The FBI has turned up no evidence that the Jan. 6 riot at the U.S. Capitol was a coordinated attempt to launch an insurrection against the United States government by overturning the results of the presidential election, according to officials who spoke to Reuters Friday.
"The FBI at this point believes the violence was not centrally coordinated by far-right groups or prominent supporters of then-President Donald Trump," Reuters reports.
Further, "the FBI has so far found no evidence that [Trump] or people directly around him were involved in organizing the violence."
Of the more than 570 individuals who have been arrested on charges related to the riot, "Ninety to ninety-five percent of these are one-off cases," said a former senior law enforcement official with knowledge of the investigation. "Then you have five percent, maybe, of these militia groups that were more closely organized. But there was no grand scheme with Roger Stone and Alex Jones and all of these people to storm the Capitol and take hostages."
Of those "militia groups," FBI investigators did find that some groups like the Oath Keepers or the Proud Boys allegedly planned to break into the Capitol. "But they found no evidence that the groups had serious plans about what to do if they made it inside," Reuters' sources said.
The FBI has filed conspiracy charges against 40 individuals who allegedly had "engaged in some degree of planning" before the riot, but prosecutors "have steered clear of more serious, politically-loaded charges that the sources said had been initially discussed by prosecutors, such as seditious conspiracy or racketeering."
With no evidence of a centrally coordinated plot to overthrow the U.S. government, "conspiracy charges that have been filed allege that defendants discussed their plans in the weeks before the attack and worked together on the day itself. But prosecutors have not alleged that this activity was part of a broader plot."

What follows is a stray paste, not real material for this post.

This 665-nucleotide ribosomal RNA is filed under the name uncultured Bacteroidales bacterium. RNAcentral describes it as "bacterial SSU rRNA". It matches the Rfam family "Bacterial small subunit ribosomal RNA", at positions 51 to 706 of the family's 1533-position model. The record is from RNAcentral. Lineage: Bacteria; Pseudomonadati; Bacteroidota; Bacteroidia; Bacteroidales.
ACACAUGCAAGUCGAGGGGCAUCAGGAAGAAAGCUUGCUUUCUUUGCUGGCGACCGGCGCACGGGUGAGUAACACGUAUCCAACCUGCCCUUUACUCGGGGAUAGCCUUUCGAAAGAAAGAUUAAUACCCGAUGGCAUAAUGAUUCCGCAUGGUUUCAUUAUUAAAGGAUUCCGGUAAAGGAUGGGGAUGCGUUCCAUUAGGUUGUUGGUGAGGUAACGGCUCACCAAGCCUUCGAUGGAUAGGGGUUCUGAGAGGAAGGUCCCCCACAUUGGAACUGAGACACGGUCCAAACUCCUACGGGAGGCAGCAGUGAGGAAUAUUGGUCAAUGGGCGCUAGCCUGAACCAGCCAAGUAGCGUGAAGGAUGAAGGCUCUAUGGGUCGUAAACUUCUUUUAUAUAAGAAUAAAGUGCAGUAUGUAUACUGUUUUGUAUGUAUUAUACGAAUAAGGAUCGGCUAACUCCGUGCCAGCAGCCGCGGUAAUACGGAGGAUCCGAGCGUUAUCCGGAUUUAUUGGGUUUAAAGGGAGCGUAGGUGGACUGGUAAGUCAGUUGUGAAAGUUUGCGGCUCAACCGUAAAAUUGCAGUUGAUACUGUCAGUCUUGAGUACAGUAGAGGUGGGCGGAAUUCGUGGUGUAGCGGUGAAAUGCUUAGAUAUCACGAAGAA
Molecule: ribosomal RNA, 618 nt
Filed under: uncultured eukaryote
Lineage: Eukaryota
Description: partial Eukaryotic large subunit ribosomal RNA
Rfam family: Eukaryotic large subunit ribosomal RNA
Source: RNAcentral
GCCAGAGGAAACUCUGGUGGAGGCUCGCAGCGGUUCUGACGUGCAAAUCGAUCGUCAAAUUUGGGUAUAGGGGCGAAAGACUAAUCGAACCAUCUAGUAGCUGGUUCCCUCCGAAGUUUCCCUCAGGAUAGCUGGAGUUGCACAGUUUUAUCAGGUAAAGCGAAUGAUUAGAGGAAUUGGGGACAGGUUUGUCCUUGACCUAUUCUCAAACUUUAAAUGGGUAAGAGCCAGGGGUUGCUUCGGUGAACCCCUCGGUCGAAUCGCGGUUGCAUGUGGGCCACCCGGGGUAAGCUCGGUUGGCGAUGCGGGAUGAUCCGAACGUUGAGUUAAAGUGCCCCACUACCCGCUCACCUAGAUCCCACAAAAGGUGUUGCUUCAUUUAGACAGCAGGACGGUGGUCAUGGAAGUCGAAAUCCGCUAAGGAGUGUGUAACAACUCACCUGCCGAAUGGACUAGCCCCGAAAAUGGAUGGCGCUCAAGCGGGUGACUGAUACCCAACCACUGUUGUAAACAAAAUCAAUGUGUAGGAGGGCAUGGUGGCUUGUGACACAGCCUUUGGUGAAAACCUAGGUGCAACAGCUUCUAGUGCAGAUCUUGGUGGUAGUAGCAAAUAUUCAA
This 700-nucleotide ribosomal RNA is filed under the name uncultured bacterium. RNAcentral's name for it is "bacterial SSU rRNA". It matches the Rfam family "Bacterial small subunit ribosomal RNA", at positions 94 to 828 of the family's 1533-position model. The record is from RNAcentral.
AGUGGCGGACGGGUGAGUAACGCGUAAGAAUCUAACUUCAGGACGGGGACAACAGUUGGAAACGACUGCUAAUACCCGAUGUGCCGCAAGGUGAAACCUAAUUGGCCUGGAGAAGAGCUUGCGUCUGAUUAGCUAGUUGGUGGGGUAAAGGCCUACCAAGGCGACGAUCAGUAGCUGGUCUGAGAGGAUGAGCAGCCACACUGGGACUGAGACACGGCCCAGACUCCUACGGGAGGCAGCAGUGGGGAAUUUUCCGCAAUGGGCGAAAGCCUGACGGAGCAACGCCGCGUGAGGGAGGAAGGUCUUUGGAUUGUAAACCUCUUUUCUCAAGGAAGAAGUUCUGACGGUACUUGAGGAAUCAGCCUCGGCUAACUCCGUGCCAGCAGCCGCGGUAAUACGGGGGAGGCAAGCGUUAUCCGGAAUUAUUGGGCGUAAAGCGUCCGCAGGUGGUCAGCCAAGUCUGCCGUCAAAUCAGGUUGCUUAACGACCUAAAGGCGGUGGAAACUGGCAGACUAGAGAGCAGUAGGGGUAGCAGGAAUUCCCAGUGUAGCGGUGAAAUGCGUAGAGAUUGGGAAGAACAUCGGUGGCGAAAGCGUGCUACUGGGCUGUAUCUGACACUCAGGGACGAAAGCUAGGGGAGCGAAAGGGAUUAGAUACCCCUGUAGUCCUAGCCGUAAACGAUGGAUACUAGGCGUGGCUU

The revelations run counter to the popular media narrative that former President Donald Trump incited an insurrection at the U.S. Capitol to stay in power after losing the election to Joe Biden.
On. Jan. 6, Trump gave a speech at a "Save America" rally at the Capitol in which he repeated his various claims about the election being stolen and urged then-Vice President Mike Pence to intervene during the Joint Session of Congress and reject the Electoral College results from several contested states.
"I know that everyone here will soon be marching over to the Capitol building to peacefully and patriotically make your voices heard," Trump said.
But contrary to the president's stated desire for peaceful protest, violence broke out when a mob of Trump's supporters breached security at the Capitol building and trespassed inside, forcing members of Congress to evacuate. More than 100 police officers were injured in violent altercations with members of the mob. Rioters entered congressional offices, stole government property, and searched the building looking for lawmakers.
One woman, Ashli Babbitt, was shot and killed by a Capitol Police officer during the riot.
National headlines blamed Trump for fomenting the violence by making false claims about the election. Democrats in Congress impeached Trump on charges of "incitement of insurrection," but the former president was acquitted by Senate vote.
The FBI's findings will prove an obstacle to left-wing Democrats on the House Select Committee investigating the events of Jan. 6 who seek to prove that Trump and his Republican allies had a hand in organizing the riot. House Speaker Nancy Pelosi (D-Calif.) has suggested that the committee will investigate GOP lawmakers who supported Trump's effort to have the Electoral College results rejected.
But without evidence of a larger conspiracy, attempts to tie Republicans to an insurrection are purely political.